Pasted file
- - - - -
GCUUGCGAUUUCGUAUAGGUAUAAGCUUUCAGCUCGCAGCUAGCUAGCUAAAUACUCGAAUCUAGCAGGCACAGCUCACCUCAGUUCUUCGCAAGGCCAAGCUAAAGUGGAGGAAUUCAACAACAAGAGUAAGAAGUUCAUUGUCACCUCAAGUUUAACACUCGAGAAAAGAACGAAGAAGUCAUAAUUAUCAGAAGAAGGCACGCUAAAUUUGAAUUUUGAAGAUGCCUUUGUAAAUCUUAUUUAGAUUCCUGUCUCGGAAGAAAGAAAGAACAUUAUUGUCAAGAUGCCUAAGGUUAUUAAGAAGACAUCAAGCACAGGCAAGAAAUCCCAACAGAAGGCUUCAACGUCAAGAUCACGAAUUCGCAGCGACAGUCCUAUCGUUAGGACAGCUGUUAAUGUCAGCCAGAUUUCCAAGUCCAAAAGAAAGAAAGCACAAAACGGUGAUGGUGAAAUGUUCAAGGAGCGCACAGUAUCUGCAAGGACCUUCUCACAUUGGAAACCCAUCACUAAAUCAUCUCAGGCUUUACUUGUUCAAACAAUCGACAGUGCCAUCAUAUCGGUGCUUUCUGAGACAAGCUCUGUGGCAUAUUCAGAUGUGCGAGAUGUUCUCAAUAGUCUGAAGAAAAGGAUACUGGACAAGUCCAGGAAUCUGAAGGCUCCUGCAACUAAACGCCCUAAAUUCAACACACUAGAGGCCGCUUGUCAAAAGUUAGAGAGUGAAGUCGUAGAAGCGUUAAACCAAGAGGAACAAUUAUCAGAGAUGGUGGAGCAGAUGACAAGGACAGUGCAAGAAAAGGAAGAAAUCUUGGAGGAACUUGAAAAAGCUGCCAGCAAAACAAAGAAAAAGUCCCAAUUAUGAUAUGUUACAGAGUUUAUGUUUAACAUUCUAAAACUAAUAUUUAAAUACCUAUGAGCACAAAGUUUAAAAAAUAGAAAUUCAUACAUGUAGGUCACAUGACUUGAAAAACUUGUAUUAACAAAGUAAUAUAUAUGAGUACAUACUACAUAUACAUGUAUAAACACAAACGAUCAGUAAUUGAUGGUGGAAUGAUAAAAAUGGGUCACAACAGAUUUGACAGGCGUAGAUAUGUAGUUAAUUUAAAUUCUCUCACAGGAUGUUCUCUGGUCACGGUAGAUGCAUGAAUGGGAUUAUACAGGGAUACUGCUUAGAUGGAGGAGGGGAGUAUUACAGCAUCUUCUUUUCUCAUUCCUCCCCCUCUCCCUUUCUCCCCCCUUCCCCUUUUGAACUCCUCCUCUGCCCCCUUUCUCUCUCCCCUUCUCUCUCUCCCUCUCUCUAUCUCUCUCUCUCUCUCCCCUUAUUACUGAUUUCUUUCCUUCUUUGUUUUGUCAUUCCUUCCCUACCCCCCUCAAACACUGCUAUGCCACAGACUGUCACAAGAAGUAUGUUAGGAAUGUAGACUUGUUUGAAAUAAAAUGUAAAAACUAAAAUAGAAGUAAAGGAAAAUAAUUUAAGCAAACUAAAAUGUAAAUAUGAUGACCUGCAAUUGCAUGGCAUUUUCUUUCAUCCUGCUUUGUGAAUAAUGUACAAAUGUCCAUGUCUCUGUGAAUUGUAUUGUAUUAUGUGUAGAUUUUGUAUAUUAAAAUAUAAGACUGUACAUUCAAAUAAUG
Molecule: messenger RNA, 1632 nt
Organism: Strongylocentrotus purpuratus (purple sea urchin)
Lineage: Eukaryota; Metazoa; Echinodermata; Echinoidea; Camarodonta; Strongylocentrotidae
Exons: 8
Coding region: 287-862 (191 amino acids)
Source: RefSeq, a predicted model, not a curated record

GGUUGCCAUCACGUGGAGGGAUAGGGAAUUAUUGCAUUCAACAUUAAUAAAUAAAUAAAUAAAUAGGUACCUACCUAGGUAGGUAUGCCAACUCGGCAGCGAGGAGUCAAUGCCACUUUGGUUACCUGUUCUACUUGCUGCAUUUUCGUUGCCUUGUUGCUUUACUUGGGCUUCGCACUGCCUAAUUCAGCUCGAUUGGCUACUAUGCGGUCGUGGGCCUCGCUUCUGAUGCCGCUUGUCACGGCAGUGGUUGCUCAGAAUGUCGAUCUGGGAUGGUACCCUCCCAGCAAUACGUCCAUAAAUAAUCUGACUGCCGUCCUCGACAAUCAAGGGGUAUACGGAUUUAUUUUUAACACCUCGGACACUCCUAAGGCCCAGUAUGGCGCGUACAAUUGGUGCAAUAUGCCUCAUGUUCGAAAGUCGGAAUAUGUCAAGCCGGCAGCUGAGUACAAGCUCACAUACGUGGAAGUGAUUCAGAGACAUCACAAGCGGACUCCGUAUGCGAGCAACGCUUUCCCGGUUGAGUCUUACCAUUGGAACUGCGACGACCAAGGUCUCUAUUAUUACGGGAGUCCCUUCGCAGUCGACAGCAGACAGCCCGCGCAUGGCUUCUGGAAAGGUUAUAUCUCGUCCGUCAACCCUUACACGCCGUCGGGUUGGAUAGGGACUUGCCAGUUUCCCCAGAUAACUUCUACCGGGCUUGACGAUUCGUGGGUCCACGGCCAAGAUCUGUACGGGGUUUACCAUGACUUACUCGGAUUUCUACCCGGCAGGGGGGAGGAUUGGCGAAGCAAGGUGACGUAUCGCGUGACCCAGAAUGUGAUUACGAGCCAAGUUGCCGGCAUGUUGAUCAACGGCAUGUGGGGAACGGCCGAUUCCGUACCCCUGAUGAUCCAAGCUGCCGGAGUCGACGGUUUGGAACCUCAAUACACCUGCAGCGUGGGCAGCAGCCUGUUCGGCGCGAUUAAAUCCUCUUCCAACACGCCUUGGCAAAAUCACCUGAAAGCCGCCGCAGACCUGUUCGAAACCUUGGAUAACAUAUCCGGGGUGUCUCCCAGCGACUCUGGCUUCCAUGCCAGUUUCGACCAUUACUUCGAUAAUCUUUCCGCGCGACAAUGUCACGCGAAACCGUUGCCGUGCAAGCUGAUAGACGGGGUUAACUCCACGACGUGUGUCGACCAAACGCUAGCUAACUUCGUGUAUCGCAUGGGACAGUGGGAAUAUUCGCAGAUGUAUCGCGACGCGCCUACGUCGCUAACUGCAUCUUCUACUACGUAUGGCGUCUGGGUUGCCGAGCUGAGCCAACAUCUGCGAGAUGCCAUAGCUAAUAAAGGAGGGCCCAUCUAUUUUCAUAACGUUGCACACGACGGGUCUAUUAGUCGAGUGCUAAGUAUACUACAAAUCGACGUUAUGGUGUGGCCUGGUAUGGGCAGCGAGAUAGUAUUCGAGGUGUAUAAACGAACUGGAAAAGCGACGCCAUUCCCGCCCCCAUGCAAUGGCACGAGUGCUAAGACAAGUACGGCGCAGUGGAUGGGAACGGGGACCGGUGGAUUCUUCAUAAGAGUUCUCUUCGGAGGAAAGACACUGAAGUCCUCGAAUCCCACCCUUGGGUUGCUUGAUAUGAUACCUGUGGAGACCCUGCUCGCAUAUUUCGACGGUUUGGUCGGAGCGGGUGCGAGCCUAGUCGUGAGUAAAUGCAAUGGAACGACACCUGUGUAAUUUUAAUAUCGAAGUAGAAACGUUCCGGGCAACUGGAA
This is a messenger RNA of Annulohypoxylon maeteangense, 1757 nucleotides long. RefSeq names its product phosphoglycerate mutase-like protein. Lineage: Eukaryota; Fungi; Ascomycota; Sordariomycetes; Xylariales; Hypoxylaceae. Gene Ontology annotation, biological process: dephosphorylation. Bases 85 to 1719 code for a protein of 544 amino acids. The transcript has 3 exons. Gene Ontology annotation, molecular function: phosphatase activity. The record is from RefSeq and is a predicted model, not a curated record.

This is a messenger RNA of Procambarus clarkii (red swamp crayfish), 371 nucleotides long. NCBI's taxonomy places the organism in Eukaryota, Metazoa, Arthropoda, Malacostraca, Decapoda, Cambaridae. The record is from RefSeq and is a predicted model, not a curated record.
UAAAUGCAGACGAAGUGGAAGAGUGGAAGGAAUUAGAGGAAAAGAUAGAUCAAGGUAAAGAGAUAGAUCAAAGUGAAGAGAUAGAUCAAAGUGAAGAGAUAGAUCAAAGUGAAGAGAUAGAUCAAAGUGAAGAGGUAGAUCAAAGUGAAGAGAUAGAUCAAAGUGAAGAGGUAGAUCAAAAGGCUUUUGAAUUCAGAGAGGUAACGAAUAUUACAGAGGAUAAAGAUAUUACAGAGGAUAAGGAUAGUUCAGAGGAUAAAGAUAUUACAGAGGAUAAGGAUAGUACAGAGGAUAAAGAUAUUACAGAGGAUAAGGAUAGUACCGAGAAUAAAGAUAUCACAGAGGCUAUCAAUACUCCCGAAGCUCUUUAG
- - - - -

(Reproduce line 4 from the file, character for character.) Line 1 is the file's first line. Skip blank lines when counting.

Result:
Lineage: Eukaryota; Metazoa; Echinodermata; Echinoidea; Camarodonta; Strongylocentrotidae